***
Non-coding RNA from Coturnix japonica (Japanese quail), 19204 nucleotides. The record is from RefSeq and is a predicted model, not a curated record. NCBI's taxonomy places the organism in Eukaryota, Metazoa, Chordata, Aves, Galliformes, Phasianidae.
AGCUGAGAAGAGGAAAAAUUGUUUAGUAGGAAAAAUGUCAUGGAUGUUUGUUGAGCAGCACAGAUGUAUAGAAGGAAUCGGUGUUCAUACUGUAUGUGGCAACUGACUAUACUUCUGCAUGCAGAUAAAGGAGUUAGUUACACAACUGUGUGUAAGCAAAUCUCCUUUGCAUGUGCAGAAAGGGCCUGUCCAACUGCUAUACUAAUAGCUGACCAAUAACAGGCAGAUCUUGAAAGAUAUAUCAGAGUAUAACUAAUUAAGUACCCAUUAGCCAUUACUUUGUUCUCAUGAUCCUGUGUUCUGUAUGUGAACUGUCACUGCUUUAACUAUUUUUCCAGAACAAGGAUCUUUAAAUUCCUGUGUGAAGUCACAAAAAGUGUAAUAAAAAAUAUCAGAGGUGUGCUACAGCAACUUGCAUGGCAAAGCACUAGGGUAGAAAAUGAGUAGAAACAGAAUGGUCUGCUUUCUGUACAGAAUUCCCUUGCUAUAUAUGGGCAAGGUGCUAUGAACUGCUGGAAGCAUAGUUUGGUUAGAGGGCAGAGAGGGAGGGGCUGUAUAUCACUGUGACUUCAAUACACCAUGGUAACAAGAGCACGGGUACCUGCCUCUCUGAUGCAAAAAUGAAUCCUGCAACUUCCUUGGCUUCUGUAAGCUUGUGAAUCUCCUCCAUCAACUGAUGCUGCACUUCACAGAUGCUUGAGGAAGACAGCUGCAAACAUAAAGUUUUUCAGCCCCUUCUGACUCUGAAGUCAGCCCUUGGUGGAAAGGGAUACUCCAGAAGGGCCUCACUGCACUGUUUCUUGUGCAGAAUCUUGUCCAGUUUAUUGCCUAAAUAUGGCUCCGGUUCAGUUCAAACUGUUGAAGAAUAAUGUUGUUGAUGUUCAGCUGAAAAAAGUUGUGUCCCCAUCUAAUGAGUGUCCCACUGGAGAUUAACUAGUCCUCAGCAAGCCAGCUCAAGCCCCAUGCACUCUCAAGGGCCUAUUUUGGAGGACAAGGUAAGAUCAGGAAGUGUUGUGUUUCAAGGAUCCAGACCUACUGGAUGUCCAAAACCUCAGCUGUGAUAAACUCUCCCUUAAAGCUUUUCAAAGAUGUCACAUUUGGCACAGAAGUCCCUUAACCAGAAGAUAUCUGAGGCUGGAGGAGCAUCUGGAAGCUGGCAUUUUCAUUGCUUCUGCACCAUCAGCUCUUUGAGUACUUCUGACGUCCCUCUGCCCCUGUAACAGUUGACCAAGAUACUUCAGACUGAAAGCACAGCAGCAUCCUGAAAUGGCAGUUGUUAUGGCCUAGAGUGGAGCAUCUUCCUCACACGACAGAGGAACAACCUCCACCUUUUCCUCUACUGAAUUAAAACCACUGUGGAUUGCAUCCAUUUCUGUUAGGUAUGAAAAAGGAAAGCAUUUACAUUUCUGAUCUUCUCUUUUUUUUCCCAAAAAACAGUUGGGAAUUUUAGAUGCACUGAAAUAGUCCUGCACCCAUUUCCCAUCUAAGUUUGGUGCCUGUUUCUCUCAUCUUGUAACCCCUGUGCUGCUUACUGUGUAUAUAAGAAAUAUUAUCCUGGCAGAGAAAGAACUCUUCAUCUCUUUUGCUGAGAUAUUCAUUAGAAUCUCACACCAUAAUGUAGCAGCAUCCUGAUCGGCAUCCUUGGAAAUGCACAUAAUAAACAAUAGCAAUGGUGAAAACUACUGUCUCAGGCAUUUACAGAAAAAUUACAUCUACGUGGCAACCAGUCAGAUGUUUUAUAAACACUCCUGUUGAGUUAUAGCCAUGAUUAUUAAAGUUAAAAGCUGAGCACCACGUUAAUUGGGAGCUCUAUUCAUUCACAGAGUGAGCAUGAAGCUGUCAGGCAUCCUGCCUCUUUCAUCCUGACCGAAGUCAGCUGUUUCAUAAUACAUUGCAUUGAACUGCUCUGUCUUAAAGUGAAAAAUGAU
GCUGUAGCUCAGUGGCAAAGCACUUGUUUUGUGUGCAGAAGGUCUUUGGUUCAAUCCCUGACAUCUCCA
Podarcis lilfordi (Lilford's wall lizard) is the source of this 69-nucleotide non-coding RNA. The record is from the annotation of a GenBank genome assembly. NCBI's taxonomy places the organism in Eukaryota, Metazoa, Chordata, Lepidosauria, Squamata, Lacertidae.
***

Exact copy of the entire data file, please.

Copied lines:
Non-coding RNA from Coturnix japonica (Japanese quail), 19204 nucleotides. The record is from RefSeq and is a predicted model, not a curated record. NCBI's taxonomy places the organism in Eukaryota, Metazoa, Chordata, Aves, Galliformes, Phasianidae.
AGCUGAGAAGAGGAAAAAUUGUUUAGUAGGAAAAAUGUCAUGGAUGUUUGUUGAGCAGCACAGAUGUAUAGAAGGAAUCGGUGUUCAUACUGUAUGUGGCAACUGACUAUACUUCUGCAUGCAGAUAAAGGAGUUAGUUACACAACUGUGUGUAAGCAAAUCUCCUUUGCAUGUGCAGAAAGGGCCUGUCCAACUGCUAUACUAAUAGCUGACCAAUAACAGGCAGAUCUUGAAAGAUAUAUCAGAGUAUAACUAAUUAAGUACCCAUUAGCCAUUACUUUGUUCUCAUGAUCCUGUGUUCUGUAUGUGAACUGUCACUGCUUUAACUAUUUUUCCAGAACAAGGAUCUUUAAAUUCCUGUGUGAAGUCACAAAAAGUGUAAUAAAAAAUAUCAGAGGUGUGCUACAGCAACUUGCAUGGCAAAGCACUAGGGUAGAAAAUGAGUAGAAACAGAAUGGUCUGCUUUCUGUACAGAAUUCCCUUGCUAUAUAUGGGCAAGGUGCUAUGAACUGCUGGAAGCAUAGUUUGGUUAGAGGGCAGAGAGGGAGGGGCUGUAUAUCACUGUGACUUCAAUACACCAUGGUAACAAGAGCACGGGUACCUGCCUCUCUGAUGCAAAAAUGAAUCCUGCAACUUCCUUGGCUUCUGUAAGCUUGUGAAUCUCCUCCAUCAACUGAUGCUGCACUUCACAGAUGCUUGAGGAAGACAGCUGCAAACAUAAAGUUUUUCAGCCCCUUCUGACUCUGAAGUCAGCCCUUGGUGGAAAGGGAUACUCCAGAAGGGCCUCACUGCACUGUUUCUUGUGCAGAAUCUUGUCCAGUUUAUUGCCUAAAUAUGGCUCCGGUUCAGUUCAAACUGUUGAAGAAUAAUGUUGUUGAUGUUCAGCUGAAAAAAGUUGUGUCCCCAUCUAAUGAGUGUCCCACUGGAGAUUAACUAGUCCUCAGCAAGCCAGCUCAAGCCCCAUGCACUCUCAAGGGCCUAUUUUGGAGGACAAGGUAAGAUCAGGAAGUGUUGUGUUUCAAGGAUCCAGACCUACUGGAUGUCCAAAACCUCAGCUGUGAUAAACUCUCCCUUAAAGCUUUUCAAAGAUGUCACAUUUGGCACAGAAGUCCCUUAACCAGAAGAUAUCUGAGGCUGGAGGAGCAUCUGGAAGCUGGCAUUUUCAUUGCUUCUGCACCAUCAGCUCUUUGAGUACUUCUGACGUCCCUCUGCCCCUGUAACAGUUGACCAAGAUACUUCAGACUGAAAGCACAGCAGCAUCCUGAAAUGGCAGUUGUUAUGGCCUAGAGUGGAGCAUCUUCCUCACACGACAGAGGAACAACCUCCACCUUUUCCUCUACUGAAUUAAAACCACUGUGGAUUGCAUCCAUUUCUGUUAGGUAUGAAAAAGGAAAGCAUUUACAUUUCUGAUCUUCUCUUUUUUUUCCCAAAAAACAGUUGGGAAUUUUAGAUGCACUGAAAUAGUCCUGCACCCAUUUCCCAUCUAAGUUUGGUGCCUGUUUCUCUCAUCUUGUAACCCCUGUGCUGCUUACUGUGUAUAUAAGAAAUAUUAUCCUGGCAGAGAAAGAACUCUUCAUCUCUUUUGCUGAGAUAUUCAUUAGAAUCUCACACCAUAAUGUAGCAGCAUCCUGAUCGGCAUCCUUGGAAAUGCACAUAAUAAACAAUAGCAAUGGUGAAAACUACUGUCUCAGGCAUUUACAGAAAAAUUACAUCUACGUGGCAACCAGUCAGAUGUUUUAUAAACACUCCUGUUGAGUUAUAGCCAUGAUUAUUAAAGUUAAAAGCUGAGCACCACGUUAAUUGGGAGCUCUAUUCAUUCACAGAGUGAGCAUGAAGCUGUCAGGCAUCCUGCCUCUUUCAUCCUGACCGAAGUCAGCUGUUUCAUAAUACAUUGCAUUGAACUGCUCUGUCUUAAAGUGAAAAAUGAU
GCUGUAGCUCAGUGGCAAAGCACUUGUUUUGUGUGCAGAAGGUCUUUGGUUCAAUCCCUGACAUCUCCA
Podarcis lilfordi (Lilford's wall lizard) is the source of this 69-nucleotide non-coding RNA. The record is from the annotation of a GenBank genome assembly. NCBI's taxonomy places the organism in Eukaryota, Metazoa, Chordata, Lepidosauria, Squamata, Lacertidae.